“Texts, like dead men, have no rights”, wrote the Bible critic, Robert Morgan, suggesting that the meaning of texts today are in the hands of the readers, and out of the hands of its authors. But does that mean we can interpret it as we like and do to it as we like?
One of my favourite(?) modernist principles goes by the long name of hyper-protected cooperative principle. But really it just means that when we say or write something it follows a certain convention so that the person or people it is intended for can make sense of it. In other words, we intend such messages to have a particular meaning.
Texts, of course, are written to have particular “meaning”. They are written (I will stick with written texts for now) to either persuade or dissuade. But to suggest that we use it for no other purpose than its intended meaning is to (un)wittingly shield the text. But what exactly are we wanting to shield the text from?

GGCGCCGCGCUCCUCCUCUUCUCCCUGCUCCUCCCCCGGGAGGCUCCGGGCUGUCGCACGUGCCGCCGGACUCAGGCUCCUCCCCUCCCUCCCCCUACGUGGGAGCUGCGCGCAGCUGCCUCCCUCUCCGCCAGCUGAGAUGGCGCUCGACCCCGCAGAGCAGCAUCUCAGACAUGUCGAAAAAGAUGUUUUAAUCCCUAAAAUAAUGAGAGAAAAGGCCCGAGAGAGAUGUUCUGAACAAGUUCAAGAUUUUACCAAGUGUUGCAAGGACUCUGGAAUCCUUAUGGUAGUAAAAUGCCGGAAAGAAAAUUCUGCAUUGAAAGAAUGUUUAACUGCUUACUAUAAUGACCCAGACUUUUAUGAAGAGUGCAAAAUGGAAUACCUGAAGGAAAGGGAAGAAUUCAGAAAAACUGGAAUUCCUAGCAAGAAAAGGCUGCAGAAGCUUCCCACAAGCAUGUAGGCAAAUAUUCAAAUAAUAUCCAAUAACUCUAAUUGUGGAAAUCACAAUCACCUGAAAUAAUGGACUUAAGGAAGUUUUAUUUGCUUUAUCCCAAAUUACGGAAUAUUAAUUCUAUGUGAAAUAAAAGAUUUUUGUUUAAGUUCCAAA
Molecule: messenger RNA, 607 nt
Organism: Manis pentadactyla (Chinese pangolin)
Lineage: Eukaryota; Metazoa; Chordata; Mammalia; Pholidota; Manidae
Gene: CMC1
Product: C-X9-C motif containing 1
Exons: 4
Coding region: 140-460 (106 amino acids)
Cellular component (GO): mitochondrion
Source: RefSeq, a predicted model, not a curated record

For postmodern critics to suggest that texts have no rights is a way to open it up to investigation for hidden – usually more sinister – agendas and values which have been cleverly camouflaged by a textual strategy. It is precisely because the agendas and values are less palatable (if they would be known) that their writers want to hide them. Thus writers also open themselves up for scrutiny once they produce text. And this writer is not immuned from this.